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November 12, 2018by David Danquah Esq.

How To Obtain a Work Permit In Ghana

In Ghana no foreigner shall employ or accept employment unless that person is granted a work permit or immigrant quota. Work permit or Immigrant quota is an authorization granted to an employer or employee to engage in lawful and gainful employment in Ghana. The work permit or immigrant quota specifies the job title and indicates the employer by whom that person is employed and the holder cannot engage in any other employment, business, profession or occupation in Ghana for reward than what is specified by the work permit or Immigrant quota.

Usually work permit is valid for a period of 1 year with the option of renewal. It must be noted however that, a foreigner that has been granted work permit or immigrant quota cannot start working immediately in Ghana unless that person is granted residence permit by the Director of Immigration to remain and work in the country.

From the forgoing introductory remarks, it is important for foreigners intending to work in Ghana to apply and obtain work permit from the relevant authorities before the commencement of work. For the purposes of this discussions, the relevant authority is the Ghana Immigration Service.

 

APPLICATION

Application for the work permit shall be lodge at the Ghana Immigration Service. Forms for the application can be obtained from the Ghana Immigration Service office in Accra, Ghana. The forms ought to be completed and signed by the applicant.  The Applicant is expected to provide accurate and credible answers to all questions asked.

SUBMISSION OF APPLICATION FORMS AND RELATED DOCUMENTS

In order to apply for a work permit from the Ghana Immigration Service, the following related documents ought to accompany the application forms;

  1. Cover Letter.
  2. Bio data page of the prospective employer’s passport.
  3. Company’s certificate of Registration
  4. Company’s certificate of incorporation.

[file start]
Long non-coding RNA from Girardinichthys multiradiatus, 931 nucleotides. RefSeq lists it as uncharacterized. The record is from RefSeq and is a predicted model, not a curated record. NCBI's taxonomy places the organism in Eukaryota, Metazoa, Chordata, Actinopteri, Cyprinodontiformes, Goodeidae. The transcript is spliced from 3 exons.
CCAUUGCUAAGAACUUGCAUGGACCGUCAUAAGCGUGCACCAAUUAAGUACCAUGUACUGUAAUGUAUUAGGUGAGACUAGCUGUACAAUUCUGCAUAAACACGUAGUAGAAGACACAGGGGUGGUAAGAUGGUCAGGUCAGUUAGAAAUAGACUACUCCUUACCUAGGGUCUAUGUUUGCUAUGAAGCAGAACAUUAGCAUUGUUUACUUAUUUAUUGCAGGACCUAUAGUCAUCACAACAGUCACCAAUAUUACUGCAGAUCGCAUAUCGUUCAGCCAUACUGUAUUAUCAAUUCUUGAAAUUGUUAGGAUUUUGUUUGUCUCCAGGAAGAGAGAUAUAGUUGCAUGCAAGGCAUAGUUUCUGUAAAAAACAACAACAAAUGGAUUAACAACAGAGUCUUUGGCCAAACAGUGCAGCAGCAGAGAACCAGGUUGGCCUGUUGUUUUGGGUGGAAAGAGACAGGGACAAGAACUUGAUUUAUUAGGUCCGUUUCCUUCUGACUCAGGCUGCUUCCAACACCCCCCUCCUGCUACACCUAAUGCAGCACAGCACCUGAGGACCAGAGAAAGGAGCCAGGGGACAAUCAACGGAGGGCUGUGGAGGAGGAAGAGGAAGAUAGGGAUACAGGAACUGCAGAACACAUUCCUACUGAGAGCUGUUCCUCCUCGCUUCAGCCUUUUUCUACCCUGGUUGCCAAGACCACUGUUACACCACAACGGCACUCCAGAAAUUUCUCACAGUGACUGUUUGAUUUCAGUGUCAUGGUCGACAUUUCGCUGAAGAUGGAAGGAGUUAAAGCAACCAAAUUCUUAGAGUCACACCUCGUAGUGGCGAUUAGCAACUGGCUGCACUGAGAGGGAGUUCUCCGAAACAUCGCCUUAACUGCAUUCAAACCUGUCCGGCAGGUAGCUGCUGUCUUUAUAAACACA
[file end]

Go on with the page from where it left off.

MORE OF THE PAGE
5. Company’s certificate for commencement of business
  6. Valid Tax Clearance Certificate of the Company
  7. Medical Report of the Prospective Employee
  8. Police Report of the Prospective Employee
  9. Professional and Educational Certificate of Applicant
  10. Employment Contract issued by the Company
  11. Completed Application Documents/ Forms
  12. CV

ADDITIONAL DOCUMENTS

The following documents usually must accompany the application for the work permit in Ghana.

  1. Medical report
  2. Police clearance report from home country
  3. Passport pictures (current one)
  4. Appointment letter if employed

LEGAL ADVICE

Usually under some circumstances, some additional documents may be requested by the Ghana Immigration Service. However, this depends on the individual applicants circumstances and the type of work he is being engaged and or employed to do in Ghana. There is therefore the need to seek legal advice before submitting an application for work permit in Ghana.

ASSESSMENT AND EVALUATION OF APPLICATION

Once submitted, Ghana Immigration Service will cause an extensive review of the application to ascertain whether all relevant documents have been submitted in consideration of the work permit. In some instances, the outcome of the review could be any of the following;

  1. application refused- meaning the application lacks merit.
  2. additional information required-meaning recommendation for approval will be subject to additional information being provided.
  3. application approved- meaning the application satisfies all the requirements hence granted by the Ghana Immigration Service.

NOTICE OF ISSUANCE OF PERMIT

The Applicant shall be informed by the issuance of the work permit by the Ghana Immigration Service for pick up.

 

LEGAL NOTICE

The contents of this publication, current at the date of publication set out above, are for reference purposes only. They do not constitute legal advice and should not be relied upon as such. Specific legal advice about your specific circumstances should always be sought separately before taking any action based on this publication.

© Legalstone Solicitors LLP